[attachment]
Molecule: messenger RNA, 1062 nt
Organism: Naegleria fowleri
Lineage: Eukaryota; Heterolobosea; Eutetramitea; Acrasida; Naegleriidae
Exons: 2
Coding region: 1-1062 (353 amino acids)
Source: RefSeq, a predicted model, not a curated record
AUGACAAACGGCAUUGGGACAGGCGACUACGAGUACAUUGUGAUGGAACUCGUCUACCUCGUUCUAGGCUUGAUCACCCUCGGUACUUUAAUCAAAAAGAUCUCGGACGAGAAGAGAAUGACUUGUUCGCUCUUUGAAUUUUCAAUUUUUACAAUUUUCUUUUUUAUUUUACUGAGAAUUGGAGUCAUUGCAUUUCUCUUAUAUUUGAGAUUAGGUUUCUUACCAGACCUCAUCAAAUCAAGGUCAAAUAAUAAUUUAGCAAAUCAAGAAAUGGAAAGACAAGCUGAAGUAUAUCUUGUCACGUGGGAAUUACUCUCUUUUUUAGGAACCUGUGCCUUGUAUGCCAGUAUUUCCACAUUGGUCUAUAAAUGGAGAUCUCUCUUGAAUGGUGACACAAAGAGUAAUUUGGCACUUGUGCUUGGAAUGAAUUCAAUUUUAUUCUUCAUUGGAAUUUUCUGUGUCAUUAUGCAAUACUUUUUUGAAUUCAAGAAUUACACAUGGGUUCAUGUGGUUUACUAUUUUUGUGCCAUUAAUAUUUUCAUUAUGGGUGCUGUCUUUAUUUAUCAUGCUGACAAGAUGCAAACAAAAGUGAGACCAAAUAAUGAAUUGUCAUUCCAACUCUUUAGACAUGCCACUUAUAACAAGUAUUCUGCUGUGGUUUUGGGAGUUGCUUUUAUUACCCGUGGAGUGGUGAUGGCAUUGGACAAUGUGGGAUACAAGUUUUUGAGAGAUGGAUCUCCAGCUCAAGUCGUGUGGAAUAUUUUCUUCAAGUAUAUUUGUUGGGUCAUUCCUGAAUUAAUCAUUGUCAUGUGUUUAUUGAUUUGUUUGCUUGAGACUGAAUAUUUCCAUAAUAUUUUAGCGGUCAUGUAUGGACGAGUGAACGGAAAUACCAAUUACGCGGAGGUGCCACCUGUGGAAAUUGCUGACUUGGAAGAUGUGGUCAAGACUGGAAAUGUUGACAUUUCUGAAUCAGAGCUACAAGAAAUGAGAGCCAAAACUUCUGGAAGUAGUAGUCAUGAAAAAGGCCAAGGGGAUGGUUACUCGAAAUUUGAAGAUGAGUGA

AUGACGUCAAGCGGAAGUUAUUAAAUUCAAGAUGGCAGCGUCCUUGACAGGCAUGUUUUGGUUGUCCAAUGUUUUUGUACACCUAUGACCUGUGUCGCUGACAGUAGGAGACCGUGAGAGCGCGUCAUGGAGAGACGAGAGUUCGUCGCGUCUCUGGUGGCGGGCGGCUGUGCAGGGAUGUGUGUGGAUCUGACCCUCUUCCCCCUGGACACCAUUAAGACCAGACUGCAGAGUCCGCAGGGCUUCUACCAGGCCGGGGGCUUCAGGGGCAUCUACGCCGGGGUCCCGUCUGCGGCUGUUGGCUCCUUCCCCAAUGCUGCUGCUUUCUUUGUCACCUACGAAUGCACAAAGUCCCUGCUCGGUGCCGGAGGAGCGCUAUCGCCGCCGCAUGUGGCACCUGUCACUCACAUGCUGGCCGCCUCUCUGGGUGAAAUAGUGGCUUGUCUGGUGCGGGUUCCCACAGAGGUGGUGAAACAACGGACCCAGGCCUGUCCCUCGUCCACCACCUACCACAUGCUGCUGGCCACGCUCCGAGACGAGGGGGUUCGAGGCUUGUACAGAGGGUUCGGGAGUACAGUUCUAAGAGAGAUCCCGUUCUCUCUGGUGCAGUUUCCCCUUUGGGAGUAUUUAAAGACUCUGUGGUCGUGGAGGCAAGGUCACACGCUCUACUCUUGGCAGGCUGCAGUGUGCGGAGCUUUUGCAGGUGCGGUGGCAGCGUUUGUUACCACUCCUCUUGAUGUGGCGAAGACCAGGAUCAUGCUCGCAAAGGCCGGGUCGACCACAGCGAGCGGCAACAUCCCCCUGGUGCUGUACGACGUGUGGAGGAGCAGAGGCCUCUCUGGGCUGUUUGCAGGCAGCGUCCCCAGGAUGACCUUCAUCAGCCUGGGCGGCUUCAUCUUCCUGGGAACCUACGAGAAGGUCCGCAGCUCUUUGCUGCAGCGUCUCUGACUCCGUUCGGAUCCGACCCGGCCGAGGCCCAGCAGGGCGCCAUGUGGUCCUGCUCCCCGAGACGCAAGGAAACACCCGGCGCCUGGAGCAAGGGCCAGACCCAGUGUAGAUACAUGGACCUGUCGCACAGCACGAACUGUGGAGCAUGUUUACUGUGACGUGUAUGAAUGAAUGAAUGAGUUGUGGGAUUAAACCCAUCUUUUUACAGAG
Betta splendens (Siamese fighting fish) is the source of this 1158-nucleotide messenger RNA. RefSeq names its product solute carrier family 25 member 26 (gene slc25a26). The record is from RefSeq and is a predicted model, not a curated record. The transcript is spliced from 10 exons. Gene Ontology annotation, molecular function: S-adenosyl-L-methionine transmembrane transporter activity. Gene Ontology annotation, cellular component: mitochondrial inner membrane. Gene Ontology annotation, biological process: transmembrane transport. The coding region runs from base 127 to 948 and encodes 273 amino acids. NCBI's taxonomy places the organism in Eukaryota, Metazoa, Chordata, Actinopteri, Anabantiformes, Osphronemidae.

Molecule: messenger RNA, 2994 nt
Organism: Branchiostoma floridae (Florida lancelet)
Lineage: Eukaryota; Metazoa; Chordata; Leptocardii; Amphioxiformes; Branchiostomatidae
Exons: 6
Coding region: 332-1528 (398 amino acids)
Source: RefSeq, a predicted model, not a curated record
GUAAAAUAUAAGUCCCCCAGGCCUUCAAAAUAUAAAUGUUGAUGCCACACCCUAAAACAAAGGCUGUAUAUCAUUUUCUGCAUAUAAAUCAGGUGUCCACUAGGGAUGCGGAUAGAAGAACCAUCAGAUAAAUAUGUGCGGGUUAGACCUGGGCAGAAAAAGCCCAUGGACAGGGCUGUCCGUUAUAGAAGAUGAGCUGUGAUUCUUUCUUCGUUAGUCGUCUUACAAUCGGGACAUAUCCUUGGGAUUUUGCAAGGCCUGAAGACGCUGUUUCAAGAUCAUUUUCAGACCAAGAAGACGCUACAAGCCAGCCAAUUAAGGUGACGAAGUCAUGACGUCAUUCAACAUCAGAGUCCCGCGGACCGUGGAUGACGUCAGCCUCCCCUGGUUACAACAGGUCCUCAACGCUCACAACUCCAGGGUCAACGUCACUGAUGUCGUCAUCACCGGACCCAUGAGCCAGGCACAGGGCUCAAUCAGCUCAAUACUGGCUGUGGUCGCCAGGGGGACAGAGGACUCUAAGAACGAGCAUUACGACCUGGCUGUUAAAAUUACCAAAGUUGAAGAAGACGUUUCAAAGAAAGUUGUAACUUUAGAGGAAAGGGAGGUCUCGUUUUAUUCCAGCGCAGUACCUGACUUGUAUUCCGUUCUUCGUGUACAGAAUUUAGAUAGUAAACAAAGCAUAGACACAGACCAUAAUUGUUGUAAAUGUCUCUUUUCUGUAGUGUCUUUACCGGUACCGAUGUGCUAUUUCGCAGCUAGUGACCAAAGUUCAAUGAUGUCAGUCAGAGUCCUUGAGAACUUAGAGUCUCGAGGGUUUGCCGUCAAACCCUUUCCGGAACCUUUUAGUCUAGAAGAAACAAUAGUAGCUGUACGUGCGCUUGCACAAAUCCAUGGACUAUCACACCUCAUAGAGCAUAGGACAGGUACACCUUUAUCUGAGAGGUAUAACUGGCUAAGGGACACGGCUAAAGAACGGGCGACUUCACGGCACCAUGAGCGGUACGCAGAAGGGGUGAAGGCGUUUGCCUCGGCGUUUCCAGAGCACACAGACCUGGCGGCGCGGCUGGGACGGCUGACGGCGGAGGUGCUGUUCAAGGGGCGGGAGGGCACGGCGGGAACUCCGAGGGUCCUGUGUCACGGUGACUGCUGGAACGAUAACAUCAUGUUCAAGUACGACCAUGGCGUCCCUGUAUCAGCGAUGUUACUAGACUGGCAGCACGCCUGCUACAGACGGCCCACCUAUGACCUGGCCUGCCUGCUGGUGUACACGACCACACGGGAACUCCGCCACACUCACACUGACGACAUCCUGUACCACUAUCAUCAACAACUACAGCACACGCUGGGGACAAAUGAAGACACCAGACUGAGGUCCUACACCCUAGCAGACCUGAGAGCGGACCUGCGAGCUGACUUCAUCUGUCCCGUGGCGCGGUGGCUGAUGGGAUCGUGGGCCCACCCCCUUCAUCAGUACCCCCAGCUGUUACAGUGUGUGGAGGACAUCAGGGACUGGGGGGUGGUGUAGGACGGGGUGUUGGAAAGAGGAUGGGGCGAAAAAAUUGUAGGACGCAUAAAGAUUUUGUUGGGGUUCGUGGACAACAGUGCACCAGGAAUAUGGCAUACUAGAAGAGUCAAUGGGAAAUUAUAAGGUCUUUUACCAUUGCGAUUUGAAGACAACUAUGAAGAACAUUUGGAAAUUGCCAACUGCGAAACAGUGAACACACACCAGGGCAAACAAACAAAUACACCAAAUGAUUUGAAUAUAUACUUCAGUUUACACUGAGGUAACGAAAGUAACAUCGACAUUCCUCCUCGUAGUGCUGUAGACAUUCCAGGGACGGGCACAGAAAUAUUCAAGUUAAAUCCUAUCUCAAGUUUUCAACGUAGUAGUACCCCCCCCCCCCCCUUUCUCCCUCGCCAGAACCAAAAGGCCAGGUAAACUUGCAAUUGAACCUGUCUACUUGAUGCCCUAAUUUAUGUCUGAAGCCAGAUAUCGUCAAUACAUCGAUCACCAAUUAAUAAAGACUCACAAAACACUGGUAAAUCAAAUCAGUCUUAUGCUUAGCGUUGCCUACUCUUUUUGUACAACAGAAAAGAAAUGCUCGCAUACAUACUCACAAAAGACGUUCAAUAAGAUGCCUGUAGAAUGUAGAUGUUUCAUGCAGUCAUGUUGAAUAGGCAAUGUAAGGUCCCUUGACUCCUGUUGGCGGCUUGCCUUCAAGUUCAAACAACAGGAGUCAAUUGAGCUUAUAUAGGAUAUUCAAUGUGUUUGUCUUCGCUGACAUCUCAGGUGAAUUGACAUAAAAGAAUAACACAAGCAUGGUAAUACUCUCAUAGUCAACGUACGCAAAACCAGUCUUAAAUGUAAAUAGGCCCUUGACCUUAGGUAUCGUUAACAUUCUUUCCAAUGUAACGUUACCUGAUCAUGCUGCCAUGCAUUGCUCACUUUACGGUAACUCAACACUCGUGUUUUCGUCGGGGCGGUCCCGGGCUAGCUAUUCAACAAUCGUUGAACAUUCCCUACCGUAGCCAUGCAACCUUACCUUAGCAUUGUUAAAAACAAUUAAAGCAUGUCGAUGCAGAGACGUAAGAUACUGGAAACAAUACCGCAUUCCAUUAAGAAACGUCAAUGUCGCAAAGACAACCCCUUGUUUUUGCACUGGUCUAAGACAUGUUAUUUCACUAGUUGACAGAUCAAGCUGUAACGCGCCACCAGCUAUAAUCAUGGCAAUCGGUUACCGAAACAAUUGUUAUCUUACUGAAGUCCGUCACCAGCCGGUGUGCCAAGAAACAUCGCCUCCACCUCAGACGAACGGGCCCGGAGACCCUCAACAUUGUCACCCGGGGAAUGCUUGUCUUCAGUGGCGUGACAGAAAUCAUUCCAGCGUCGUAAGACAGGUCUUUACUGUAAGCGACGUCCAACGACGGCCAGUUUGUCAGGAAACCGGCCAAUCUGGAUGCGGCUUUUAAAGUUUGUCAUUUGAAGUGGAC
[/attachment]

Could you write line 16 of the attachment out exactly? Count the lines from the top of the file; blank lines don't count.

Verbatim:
GUAAAAUAUAAGUCCCCCAGGCCUUCAAAAUAUAAAUGUUGAUGCCACACCCUAAAACAAAGGCUGUAUAUCAUUUUCUGCAUAUAAAUCAGGUGUCCACUAGGGAUGCGGAUAGAAGAACCAUCAGAUAAAUAUGUGCGGGUUAGACCUGGGCAGAAAAAGCCCAUGGACAGGGCUGUCCGUUAUAGAAGAUGAGCUGUGAUUCUUUCUUCGUUAGUCGUCUUACAAUCGGGACAUAUCCUUGGGAUUUUGCAAGGCCUGAAGACGCUGUUUCAAGAUCAUUUUCAGACCAAGAAGACGCUACAAGCCAGCCAAUUAAGGUGACGAAGUCAUGACGUCAUUCAACAUCAGAGUCCCGCGGACCGUGGAUGACGUCAGCCUCCCCUGGUUACAACAGGUCCUCAACGCUCACAACUCCAGGGUCAACGUCACUGAUGUCGUCAUCACCGGACCCAUGAGCCAGGCACAGGGCUCAAUCAGCUCAAUACUGGCUGUGGUCGCCAGGGGGACAGAGGACUCUAAGAACGAGCAUUACGACCUGGCUGUUAAAAUUACCAAAGUUGAAGAAGACGUUUCAAAGAAAGUUGUAACUUUAGAGGAAAGGGAGGUCUCGUUUUAUUCCAGCGCAGUACCUGACUUGUAUUCCGUUCUUCGUGUACAGAAUUUAGAUAGUAAACAAAGCAUAGACACAGACCAUAAUUGUUGUAAAUGUCUCUUUUCUGUAGUGUCUUUACCGGUACCGAUGUGCUAUUUCGCAGCUAGUGACCAAAGUUCAAUGAUGUCAGUCAGAGUCCUUGAGAACUUAGAGUCUCGAGGGUUUGCCGUCAAACCCUUUCCGGAACCUUUUAGUCUAGAAGAAACAAUAGUAGCUGUACGUGCGCUUGCACAAAUCCAUGGACUAUCACACCUCAUAGAGCAUAGGACAGGUACACCUUUAUCUGAGAGGUAUAACUGGCUAAGGGACACGGCUAAAGAACGGGCGACUUCACGGCACCAUGAGCGGUACGCAGAAGGGGUGAAGGCGUUUGCCUCGGCGUUUCCAGAGCACACAGACCUGGCGGCGCGGCUGGGACGGCUGACGGCGGAGGUGCUGUUCAAGGGGCGGGAGGGCACGGCGGGAACUCCGAGGGUCCUGUGUCACGGUGACUGCUGGAACGAUAACAUCAUGUUCAAGUACGACCAUGGCGUCCCUGUAUCAGCGAUGUUACUAGACUGGCAGCACGCCUGCUACAGACGGCCCACCUAUGACCUGGCCUGCCUGCUGGUGUACACGACCACACGGGAACUCCGCCACACUCACACUGACGACAUCCUGUACCACUAUCAUCAACAACUACAGCACACGCUGGGGACAAAUGAAGACACCAGACUGAGGUCCUACACCCUAGCAGACCUGAGAGCGGACCUGCGAGCUGACUUCAUCUGUCCCGUGGCGCGGUGGCUGAUGGGAUCGUGGGCCCACCCCCUUCAUCAGUACCCCCAGCUGUUACAGUGUGUGGAGGACAUCAGGGACUGGGGGGUGGUGUAGGACGGGGUGUUGGAAAGAGGAUGGGGCGAAAAAAUUGUAGGACGCAUAAAGAUUUUGUUGGGGUUCGUGGACAACAGUGCACCAGGAAUAUGGCAUACUAGAAGAGUCAAUGGGAAAUUAUAAGGUCUUUUACCAUUGCGAUUUGAAGACAACUAUGAAGAACAUUUGGAAAUUGCCAACUGCGAAACAGUGAACACACACCAGGGCAAACAAACAAAUACACCAAAUGAUUUGAAUAUAUACUUCAGUUUACACUGAGGUAACGAAAGUAACAUCGACAUUCCUCCUCGUAGUGCUGUAGACAUUCCAGGGACGGGCACAGAAAUAUUCAAGUUAAAUCCUAUCUCAAGUUUUCAACGUAGUAGUACCCCCCCCCCCCCCUUUCUCCCUCGCCAGAACCAAAAGGCCAGGUAAACUUGCAAUUGAACCUGUCUACUUGAUGCCCUAAUUUAUGUCUGAAGCCAGAUAUCGUCAAUACAUCGAUCACCAAUUAAUAAAGACUCACAAAACACUGGUAAAUCAAAUCAGUCUUAUGCUUAGCGUUGCCUACUCUUUUUGUACAACAGAAAAGAAAUGCUCGCAUACAUACUCACAAAAGACGUUCAAUAAGAUGCCUGUAGAAUGUAGAUGUUUCAUGCAGUCAUGUUGAAUAGGCAAUGUAAGGUCCCUUGACUCCUGUUGGCGGCUUGCCUUCAAGUUCAAACAACAGGAGUCAAUUGAGCUUAUAUAGGAUAUUCAAUGUGUUUGUCUUCGCUGACAUCUCAGGUGAAUUGACAUAAAAGAAUAACACAAGCAUGGUAAUACUCUCAUAGUCAACGUACGCAAAACCAGUCUUAAAUGUAAAUAGGCCCUUGACCUUAGGUAUCGUUAACAUUCUUUCCAAUGUAACGUUACCUGAUCAUGCUGCCAUGCAUUGCUCACUUUACGGUAACUCAACACUCGUGUUUUCGUCGGGGCGGUCCCGGGCUAGCUAUUCAACAAUCGUUGAACAUUCCCUACCGUAGCCAUGCAACCUUACCUUAGCAUUGUUAAAAACAAUUAAAGCAUGUCGAUGCAGAGACGUAAGAUACUGGAAACAAUACCGCAUUCCAUUAAGAAACGUCAAUGUCGCAAAGACAACCCCUUGUUUUUGCACUGGUCUAAGACAUGUUAUUUCACUAGUUGACAGAUCAAGCUGUAACGCGCCACCAGCUAUAAUCAUGGCAAUCGGUUACCGAAACAAUUGUUAUCUUACUGAAGUCCGUCACCAGCCGGUGUGCCAAGAAACAUCGCCUCCACCUCAGACGAACGGGCCCGGAGACCCUCAACAUUGUCACCCGGGGAAUGCUUGUCUUCAGUGGCGUGACAGAAAUCAUUCCAGCGUCGUAAGACAGGUCUUUACUGUAAGCGACGUCCAACGACGGCCAGUUUGUCAGGAAACCGGCCAAUCUGGAUGCGGCUUUUAAAGUUUGUCAUUUGAAGUGGAC